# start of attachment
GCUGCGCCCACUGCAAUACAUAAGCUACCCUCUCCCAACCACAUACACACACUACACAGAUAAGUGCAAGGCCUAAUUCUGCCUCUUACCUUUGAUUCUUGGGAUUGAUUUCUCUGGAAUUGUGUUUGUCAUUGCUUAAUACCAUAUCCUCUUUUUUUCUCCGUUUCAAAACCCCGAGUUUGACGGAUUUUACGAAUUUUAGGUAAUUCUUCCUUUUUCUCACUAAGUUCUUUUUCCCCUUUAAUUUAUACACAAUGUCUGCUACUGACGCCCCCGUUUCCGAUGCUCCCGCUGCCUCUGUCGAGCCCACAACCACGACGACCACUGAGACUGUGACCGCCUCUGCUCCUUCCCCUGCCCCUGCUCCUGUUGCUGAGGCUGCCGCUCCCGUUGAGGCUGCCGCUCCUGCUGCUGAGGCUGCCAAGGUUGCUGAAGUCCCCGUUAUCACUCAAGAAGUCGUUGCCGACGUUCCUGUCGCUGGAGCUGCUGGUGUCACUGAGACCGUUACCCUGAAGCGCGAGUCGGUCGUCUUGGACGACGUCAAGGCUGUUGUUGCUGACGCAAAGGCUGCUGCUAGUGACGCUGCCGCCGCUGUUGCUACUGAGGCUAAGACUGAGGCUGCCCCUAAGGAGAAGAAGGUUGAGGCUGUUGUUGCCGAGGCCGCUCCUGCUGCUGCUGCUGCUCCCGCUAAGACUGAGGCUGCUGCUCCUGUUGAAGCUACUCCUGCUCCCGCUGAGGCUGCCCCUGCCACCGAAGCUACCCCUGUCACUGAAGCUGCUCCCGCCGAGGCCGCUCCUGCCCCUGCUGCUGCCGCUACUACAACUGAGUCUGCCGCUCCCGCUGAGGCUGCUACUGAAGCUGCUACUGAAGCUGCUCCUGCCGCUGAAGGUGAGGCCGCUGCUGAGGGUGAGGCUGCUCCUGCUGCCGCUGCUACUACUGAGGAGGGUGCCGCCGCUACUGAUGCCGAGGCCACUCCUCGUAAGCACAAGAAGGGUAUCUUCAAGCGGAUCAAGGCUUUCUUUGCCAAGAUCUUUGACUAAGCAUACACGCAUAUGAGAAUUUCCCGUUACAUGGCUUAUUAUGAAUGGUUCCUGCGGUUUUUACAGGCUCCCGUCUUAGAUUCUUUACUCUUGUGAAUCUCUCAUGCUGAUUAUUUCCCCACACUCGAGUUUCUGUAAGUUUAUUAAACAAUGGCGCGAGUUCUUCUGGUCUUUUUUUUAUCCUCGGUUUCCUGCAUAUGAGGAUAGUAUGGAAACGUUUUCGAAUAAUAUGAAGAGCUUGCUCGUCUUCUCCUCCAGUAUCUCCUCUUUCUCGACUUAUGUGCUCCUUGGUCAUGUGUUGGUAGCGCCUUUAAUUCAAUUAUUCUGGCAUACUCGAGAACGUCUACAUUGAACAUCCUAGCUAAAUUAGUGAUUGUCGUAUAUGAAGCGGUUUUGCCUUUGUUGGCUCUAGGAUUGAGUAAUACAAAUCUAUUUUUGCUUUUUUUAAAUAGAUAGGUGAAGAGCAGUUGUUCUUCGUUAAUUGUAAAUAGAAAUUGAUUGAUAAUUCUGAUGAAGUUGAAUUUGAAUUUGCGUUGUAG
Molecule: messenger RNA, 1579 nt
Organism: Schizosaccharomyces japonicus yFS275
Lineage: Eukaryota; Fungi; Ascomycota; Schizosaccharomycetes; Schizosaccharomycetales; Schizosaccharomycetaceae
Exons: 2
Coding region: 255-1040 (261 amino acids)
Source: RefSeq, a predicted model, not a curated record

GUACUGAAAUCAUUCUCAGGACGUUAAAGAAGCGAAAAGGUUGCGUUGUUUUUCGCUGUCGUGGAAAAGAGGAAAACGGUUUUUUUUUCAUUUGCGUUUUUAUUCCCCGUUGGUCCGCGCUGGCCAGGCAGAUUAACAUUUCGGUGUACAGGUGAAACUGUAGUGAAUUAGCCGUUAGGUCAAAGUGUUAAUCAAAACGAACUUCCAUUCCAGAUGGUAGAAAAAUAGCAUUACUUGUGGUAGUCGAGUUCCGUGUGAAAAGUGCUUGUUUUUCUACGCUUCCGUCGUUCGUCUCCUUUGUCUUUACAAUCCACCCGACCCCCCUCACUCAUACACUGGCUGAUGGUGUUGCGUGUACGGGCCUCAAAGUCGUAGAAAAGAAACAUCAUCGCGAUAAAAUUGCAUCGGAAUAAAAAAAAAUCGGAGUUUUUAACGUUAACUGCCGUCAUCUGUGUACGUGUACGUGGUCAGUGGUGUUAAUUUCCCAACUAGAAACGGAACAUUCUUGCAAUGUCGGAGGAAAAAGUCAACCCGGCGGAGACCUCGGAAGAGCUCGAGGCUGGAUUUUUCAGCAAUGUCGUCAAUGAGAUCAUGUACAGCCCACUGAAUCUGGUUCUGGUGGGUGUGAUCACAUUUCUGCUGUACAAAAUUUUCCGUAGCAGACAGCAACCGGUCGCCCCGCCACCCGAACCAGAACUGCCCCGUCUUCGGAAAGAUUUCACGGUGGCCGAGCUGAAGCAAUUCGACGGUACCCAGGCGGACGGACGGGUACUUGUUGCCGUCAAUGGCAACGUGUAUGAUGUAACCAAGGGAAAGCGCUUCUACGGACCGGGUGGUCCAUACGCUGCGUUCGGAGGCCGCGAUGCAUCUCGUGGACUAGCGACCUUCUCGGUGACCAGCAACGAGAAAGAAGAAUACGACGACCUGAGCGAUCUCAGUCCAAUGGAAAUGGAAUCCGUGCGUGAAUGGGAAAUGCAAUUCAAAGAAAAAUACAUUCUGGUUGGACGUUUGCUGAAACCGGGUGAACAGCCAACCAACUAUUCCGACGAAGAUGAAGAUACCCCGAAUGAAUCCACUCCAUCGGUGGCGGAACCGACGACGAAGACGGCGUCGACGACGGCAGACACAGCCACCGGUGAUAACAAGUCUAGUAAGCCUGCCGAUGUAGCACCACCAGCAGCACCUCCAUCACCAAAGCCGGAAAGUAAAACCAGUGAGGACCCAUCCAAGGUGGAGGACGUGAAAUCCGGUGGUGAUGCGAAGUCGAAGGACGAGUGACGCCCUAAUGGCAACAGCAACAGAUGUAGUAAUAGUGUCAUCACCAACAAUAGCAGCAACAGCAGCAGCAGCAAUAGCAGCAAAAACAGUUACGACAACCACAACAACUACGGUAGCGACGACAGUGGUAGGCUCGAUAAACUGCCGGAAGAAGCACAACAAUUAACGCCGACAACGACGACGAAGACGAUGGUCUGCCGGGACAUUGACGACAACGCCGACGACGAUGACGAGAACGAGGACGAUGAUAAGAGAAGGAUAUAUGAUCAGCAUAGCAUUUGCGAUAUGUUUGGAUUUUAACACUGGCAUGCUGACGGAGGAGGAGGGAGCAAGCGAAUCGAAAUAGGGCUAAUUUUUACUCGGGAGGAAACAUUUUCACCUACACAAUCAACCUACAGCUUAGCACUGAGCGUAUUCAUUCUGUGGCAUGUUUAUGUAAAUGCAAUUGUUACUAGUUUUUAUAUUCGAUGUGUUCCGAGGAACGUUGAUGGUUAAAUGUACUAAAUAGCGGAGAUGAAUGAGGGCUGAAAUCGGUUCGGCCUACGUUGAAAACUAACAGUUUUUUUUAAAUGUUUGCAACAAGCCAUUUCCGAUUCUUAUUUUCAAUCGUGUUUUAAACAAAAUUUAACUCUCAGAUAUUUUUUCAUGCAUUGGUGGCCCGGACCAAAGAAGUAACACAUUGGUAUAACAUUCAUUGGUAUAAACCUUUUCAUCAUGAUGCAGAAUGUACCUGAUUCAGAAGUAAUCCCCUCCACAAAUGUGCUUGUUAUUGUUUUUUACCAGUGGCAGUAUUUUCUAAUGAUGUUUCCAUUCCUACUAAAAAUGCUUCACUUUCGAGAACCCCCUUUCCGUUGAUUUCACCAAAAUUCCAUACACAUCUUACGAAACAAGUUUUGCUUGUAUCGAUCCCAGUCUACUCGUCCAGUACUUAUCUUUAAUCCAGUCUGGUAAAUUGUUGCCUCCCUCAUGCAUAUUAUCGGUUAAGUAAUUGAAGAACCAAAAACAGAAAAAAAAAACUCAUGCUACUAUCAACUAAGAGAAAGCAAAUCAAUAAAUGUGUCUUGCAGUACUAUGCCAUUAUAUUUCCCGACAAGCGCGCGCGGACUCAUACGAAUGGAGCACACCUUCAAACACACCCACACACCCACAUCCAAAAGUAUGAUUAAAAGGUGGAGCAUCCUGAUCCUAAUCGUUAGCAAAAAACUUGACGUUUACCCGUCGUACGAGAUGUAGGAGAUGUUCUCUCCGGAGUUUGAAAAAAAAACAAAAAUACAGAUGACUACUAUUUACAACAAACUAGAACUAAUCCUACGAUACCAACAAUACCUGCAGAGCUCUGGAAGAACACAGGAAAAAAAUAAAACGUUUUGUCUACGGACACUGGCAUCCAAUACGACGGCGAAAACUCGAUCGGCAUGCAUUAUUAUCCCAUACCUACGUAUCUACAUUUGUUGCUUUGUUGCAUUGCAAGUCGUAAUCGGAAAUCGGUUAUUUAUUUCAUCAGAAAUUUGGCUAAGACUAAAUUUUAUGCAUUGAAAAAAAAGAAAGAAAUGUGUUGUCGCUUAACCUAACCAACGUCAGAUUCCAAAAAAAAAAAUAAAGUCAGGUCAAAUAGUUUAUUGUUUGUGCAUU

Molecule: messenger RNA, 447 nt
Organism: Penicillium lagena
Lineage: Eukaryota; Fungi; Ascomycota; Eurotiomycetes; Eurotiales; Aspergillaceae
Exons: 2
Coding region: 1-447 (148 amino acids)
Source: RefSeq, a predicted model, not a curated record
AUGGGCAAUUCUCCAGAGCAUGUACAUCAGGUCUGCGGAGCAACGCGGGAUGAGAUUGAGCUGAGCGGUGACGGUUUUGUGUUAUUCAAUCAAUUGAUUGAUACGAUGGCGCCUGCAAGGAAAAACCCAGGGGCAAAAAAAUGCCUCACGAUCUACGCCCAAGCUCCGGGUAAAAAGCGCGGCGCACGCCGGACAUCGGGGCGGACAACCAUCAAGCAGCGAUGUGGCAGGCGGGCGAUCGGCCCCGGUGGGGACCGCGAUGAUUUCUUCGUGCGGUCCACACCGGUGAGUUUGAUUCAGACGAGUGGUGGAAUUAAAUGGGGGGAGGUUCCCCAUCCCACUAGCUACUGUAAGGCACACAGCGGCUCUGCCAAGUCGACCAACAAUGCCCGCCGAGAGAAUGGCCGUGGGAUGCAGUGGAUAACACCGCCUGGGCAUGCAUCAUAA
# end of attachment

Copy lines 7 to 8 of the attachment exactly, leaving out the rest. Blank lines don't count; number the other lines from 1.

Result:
Source: RefSeq, a predicted model, not a curated record

GUACUGAAAUCAUUCUCAGGACGUUAAAGAAGCGAAAAGGUUGCGUUGUUUUUCGCUGUCGUGGAAAAGAGGAAAACGGUUUUUUUUUCAUUUGCGUUUUUAUUCCCCGUUGGUCCGCGCUGGCCAGGCAGAUUAACAUUUCGGUGUACAGGUGAAACUGUAGUGAAUUAGCCGUUAGGUCAAAGUGUUAAUCAAAACGAACUUCCAUUCCAGAUGGUAGAAAAAUAGCAUUACUUGUGGUAGUCGAGUUCCGUGUGAAAAGUGCUUGUUUUUCUACGCUUCCGUCGUUCGUCUCCUUUGUCUUUACAAUCCACCCGACCCCCCUCACUCAUACACUGGCUGAUGGUGUUGCGUGUACGGGCCUCAAAGUCGUAGAAAAGAAACAUCAUCGCGAUAAAAUUGCAUCGGAAUAAAAAAAAAUCGGAGUUUUUAACGUUAACUGCCGUCAUCUGUGUACGUGUACGUGGUCAGUGGUGUUAAUUUCCCAACUAGAAACGGAACAUUCUUGCAAUGUCGGAGGAAAAAGUCAACCCGGCGGAGACCUCGGAAGAGCUCGAGGCUGGAUUUUUCAGCAAUGUCGUCAAUGAGAUCAUGUACAGCCCACUGAAUCUGGUUCUGGUGGGUGUGAUCACAUUUCUGCUGUACAAAAUUUUCCGUAGCAGACAGCAACCGGUCGCCCCGCCACCCGAACCAGAACUGCCCCGUCUUCGGAAAGAUUUCACGGUGGCCGAGCUGAAGCAAUUCGACGGUACCCAGGCGGACGGACGGGUACUUGUUGCCGUCAAUGGCAACGUGUAUGAUGUAACCAAGGGAAAGCGCUUCUACGGACCGGGUGGUCCAUACGCUGCGUUCGGAGGCCGCGAUGCAUCUCGUGGACUAGCGACCUUCUCGGUGACCAGCAACGAGAAAGAAGAAUACGACGACCUGAGCGAUCUCAGUCCAAUGGAAAUGGAAUCCGUGCGUGAAUGGGAAAUGCAAUUCAAAGAAAAAUACAUUCUGGUUGGACGUUUGCUGAAACCGGGUGAACAGCCAACCAACUAUUCCGACGAAGAUGAAGAUACCCCGAAUGAAUCCACUCCAUCGGUGGCGGAACCGACGACGAAGACGGCGUCGACGACGGCAGACACAGCCACCGGUGAUAACAAGUCUAGUAAGCCUGCCGAUGUAGCACCACCAGCAGCACCUCCAUCACCAAAGCCGGAAAGUAAAACCAGUGAGGACCCAUCCAAGGUGGAGGACGUGAAAUCCGGUGGUGAUGCGAAGUCGAAGGACGAGUGACGCCCUAAUGGCAACAGCAACAGAUGUAGUAAUAGUGUCAUCACCAACAAUAGCAGCAACAGCAGCAGCAGCAAUAGCAGCAAAAACAGUUACGACAACCACAACAACUACGGUAGCGACGACAGUGGUAGGCUCGAUAAACUGCCGGAAGAAGCACAACAAUUAACGCCGACAACGACGACGAAGACGAUGGUCUGCCGGGACAUUGACGACAACGCCGACGACGAUGACGAGAACGAGGACGAUGAUAAGAGAAGGAUAUAUGAUCAGCAUAGCAUUUGCGAUAUGUUUGGAUUUUAACACUGGCAUGCUGACGGAGGAGGAGGGAGCAAGCGAAUCGAAAUAGGGCUAAUUUUUACUCGGGAGGAAACAUUUUCACCUACACAAUCAACCUACAGCUUAGCACUGAGCGUAUUCAUUCUGUGGCAUGUUUAUGUAAAUGCAAUUGUUACUAGUUUUUAUAUUCGAUGUGUUCCGAGGAACGUUGAUGGUUAAAUGUACUAAAUAGCGGAGAUGAAUGAGGGCUGAAAUCGGUUCGGCCUACGUUGAAAACUAACAGUUUUUUUUAAAUGUUUGCAACAAGCCAUUUCCGAUUCUUAUUUUCAAUCGUGUUUUAAACAAAAUUUAACUCUCAGAUAUUUUUUCAUGCAUUGGUGGCCCGGACCAAAGAAGUAACACAUUGGUAUAACAUUCAUUGGUAUAAACCUUUUCAUCAUGAUGCAGAAUGUACCUGAUUCAGAAGUAAUCCCCUCCACAAAUGUGCUUGUUAUUGUUUUUUACCAGUGGCAGUAUUUUCUAAUGAUGUUUCCAUUCCUACUAAAAAUGCUUCACUUUCGAGAACCCCCUUUCCGUUGAUUUCACCAAAAUUCCAUACACAUCUUACGAAACAAGUUUUGCUUGUAUCGAUCCCAGUCUACUCGUCCAGUACUUAUCUUUAAUCCAGUCUGGUAAAUUGUUGCCUCCCUCAUGCAUAUUAUCGGUUAAGUAAUUGAAGAACCAAAAACAGAAAAAAAAAACUCAUGCUACUAUCAACUAAGAGAAAGCAAAUCAAUAAAUGUGUCUUGCAGUACUAUGCCAUUAUAUUUCCCGACAAGCGCGCGCGGACUCAUACGAAUGGAGCACACCUUCAAACACACCCACACACCCACAUCCAAAAGUAUGAUUAAAAGGUGGAGCAUCCUGAUCCUAAUCGUUAGCAAAAAACUUGACGUUUACCCGUCGUACGAGAUGUAGGAGAUGUUCUCUCCGGAGUUUGAAAAAAAAACAAAAAUACAGAUGACUACUAUUUACAACAAACUAGAACUAAUCCUACGAUACCAACAAUACCUGCAGAGCUCUGGAAGAACACAGGAAAAAAAUAAAACGUUUUGUCUACGGACACUGGCAUCCAAUACGACGGCGAAAACUCGAUCGGCAUGCAUUAUUAUCCCAUACCUACGUAUCUACAUUUGUUGCUUUGUUGCAUUGCAAGUCGUAAUCGGAAAUCGGUUAUUUAUUUCAUCAGAAAUUUGGCUAAGACUAAAUUUUAUGCAUUGAAAAAAAAGAAAGAAAUGUGUUGUCGCUUAACCUAACCAACGUCAGAUUCCAAAAAAAAAAAUAAAGUCAGGUCAAAUAGUUUAUUGUUUGUGCAUU